Social apps are far more complex than single-user apps. I wonder to what
extent a lack of social psych research input into the design of these apps
-- the most popular ones having been designed by college undergrads -- is
causing their popularity to plateau? To me, this suggests a discontinuity
similar to the one that occurred when command line interfaces were displaced
by GUIs. Every GUI out there can trace its origins to the the
multi-disclipinary, thoroughly grounded research conducted at Xerox PARC. I
think it's possible to go only so far by the seat of one's pants. Without
GUIs or at least the bastardized compromises that were delivered on the DOS
platform in the mid-1980's, PC use would have plateaued in much the way the
social apps are slowing down now.
The next phase of Social App development might require Sproull, Kiesler,
Turoff, Hiltz and others to re-emerge from the shadows. -murli
*Shhh!* Can you hear a hiss? That's the sound of naughty facts deflating the
social networking balloon a tad.
Whisper it, but numbers from web analytics outfit comScore have confirmed
what the chatter in bars and cafes has been saying for months - people are,
just, well, *bored* of social networks.
The average length of time users spend on all of the top three sites is on
the slide. Bebo, MySpace and Facebook all took double-digit percentage hits
in the last months of 2007. December could perhaps be forgiven as a seasonal
blip when people see their real friends and family, but the trend was
The story year-on-year is even uglier for social networking advocates. Bebo
and MySpace were both well down on the same period in 2006 - Murdoch's site
by 24 per cent. Facebook meanwhile chalked up a rise, although way off its
mid-2007 hype peak when you couldn't move for zeitgeist-chasing "where's the
Facebook angle?" stories in the press and on TV.
That "user engagement" is dropping off (page impression growth is merely
slowing) should be of particular concern for the sales people struggling to
turn these free services into profit-making businesses. In the age of tabbed
browsing, how long people stick around is particularly key for "interactive"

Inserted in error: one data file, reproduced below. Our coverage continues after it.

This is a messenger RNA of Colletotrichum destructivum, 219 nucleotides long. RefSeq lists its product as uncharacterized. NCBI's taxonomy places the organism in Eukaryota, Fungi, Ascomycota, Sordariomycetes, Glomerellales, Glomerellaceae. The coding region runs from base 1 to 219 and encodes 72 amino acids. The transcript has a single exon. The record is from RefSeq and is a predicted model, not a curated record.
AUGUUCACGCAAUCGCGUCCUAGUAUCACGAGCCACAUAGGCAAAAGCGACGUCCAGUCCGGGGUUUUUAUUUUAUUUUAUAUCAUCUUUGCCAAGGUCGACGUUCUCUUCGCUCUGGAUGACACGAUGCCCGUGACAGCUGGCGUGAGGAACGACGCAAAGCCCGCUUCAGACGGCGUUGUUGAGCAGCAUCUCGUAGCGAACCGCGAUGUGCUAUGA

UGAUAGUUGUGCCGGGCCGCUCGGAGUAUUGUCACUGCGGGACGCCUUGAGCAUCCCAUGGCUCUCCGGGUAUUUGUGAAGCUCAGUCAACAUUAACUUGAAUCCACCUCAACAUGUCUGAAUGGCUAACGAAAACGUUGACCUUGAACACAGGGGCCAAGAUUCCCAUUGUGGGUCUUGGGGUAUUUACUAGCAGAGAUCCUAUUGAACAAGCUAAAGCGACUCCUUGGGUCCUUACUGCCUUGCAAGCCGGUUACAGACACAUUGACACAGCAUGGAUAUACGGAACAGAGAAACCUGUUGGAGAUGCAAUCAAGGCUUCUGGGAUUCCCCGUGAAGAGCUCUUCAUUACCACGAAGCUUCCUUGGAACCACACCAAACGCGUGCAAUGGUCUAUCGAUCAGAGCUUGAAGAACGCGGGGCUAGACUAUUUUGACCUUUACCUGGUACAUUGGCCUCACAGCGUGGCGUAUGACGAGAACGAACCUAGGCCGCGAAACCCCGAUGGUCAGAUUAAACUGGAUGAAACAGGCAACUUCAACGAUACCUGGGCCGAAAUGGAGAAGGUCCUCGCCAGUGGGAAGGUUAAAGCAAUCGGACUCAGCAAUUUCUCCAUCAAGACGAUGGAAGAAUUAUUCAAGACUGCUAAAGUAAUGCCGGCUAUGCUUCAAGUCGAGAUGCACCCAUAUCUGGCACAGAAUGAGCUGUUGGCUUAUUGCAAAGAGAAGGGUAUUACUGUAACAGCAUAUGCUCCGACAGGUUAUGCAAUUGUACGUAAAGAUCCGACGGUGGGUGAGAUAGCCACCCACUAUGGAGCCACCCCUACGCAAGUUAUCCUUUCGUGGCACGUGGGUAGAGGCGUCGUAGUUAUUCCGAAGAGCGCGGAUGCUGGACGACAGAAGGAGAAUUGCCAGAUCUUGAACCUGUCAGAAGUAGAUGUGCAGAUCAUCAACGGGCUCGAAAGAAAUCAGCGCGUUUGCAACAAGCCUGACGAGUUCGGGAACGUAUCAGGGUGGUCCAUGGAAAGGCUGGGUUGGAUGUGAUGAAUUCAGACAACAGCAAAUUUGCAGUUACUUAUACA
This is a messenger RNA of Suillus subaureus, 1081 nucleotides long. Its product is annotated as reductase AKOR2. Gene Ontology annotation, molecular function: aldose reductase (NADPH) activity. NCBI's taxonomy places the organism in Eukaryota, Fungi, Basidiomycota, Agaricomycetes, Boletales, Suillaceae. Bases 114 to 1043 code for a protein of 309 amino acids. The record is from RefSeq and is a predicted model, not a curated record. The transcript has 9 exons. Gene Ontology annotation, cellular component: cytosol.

sites, where people aren't attracted by useful information, but by
And as we've noted here before, if the cash isn't raining down on you you
need a "phenomenal" growth line to sell credulous reporters and investors.
Expansion into non-English speaking countries is viewed as such a panacea
for the increasingly obvious slowdown US social networks are suffering (see
Facebook's trawl for translation
The fact is that web users people are just as fickle in Leipzig as they are
in London, and it seems to us that a delayed Friends Reunited (remember
that?) effect is kicking in.
When Friends Reunited enjoyed its "phenomenal" growth period people would
join, log in maybe a dozen times, catch up with those class mates they
wanted to, then forget about it.
On Facebook behaviour seems much the same; join, accumulate dozens of
semi-friends, spy on a few exes for a bit, play some Scrabulous, get bored,
then get on with your life, occasionally dropping in to respond to a message
or see some photos that have been posted.
Similarly, once the novelty of MySpace wears off, most people only stop by
to check out bands or watch videos.
They've basically developed a way to add a penny-scraping coda to the
Friends Reunited pattern, thanks to diversions that have been enabled by
broadband. The biggest difference is that Friends Reunited made easy profit
because it didn't give all its features away to users for free.
In the meantime, expect spinners to work on massaging the comScore figures,
and happy-clappy bloggers to leap to social networking's defence by claiming
the falls are sign of the market maturing, and of fierce competition. They
could be right, but it still means that the individual business are not the
goldmine their greedy backers slavered over.
Despite his endearing deployment of rubber sandals in public, Mark
Zuckerberg is yet to convince marketeers - the only people who are ever
going to pay him for access to Facebook - that the popularity of his site
heralds the next 100 years of media.
And the "widget economy", where developers cobble together web applications
in the hope of grabbing their own slice of the riches social networking's
massive personal data warehouses
Well the business model for RockYou pretty much sums it up. The startup,
that owns the number two Facebook App "Fun Wall", only sells advertising to
other Facebook App developers.
"I remember a time, long long ago, when tech companies spent their own
venture capital on each other, so revenues were all booked from the same
small pool of money. Yeah, as I recall, it didn't end well."
We're not suggesting that social networking sites are totally useless or are
going to disappear anytime soon (Friends Reunited is still around? Who
knew!) - they're a boon for prying journalists and recruiters for sure, and
damn it, Scrabulous *is* a good game. But today's shocking confirmation that
their "phenomenal" growth isn't impervious to human nature does make the
$15bn valuation Microsoft slapped on Facebook when it paid $240m for 1.6 per
cent equity seem even more preposterous, if it were possible.
It's an oft-quoted fact among social networking sceptics, but it's worth
reminding ourselves for perspective that Ford - y'know, the massive
international automotive conglomerate with massive physical assets,
customers who stay loyal over decades and truly global reach - is valued at
less than $15bn on Wall Street. (R)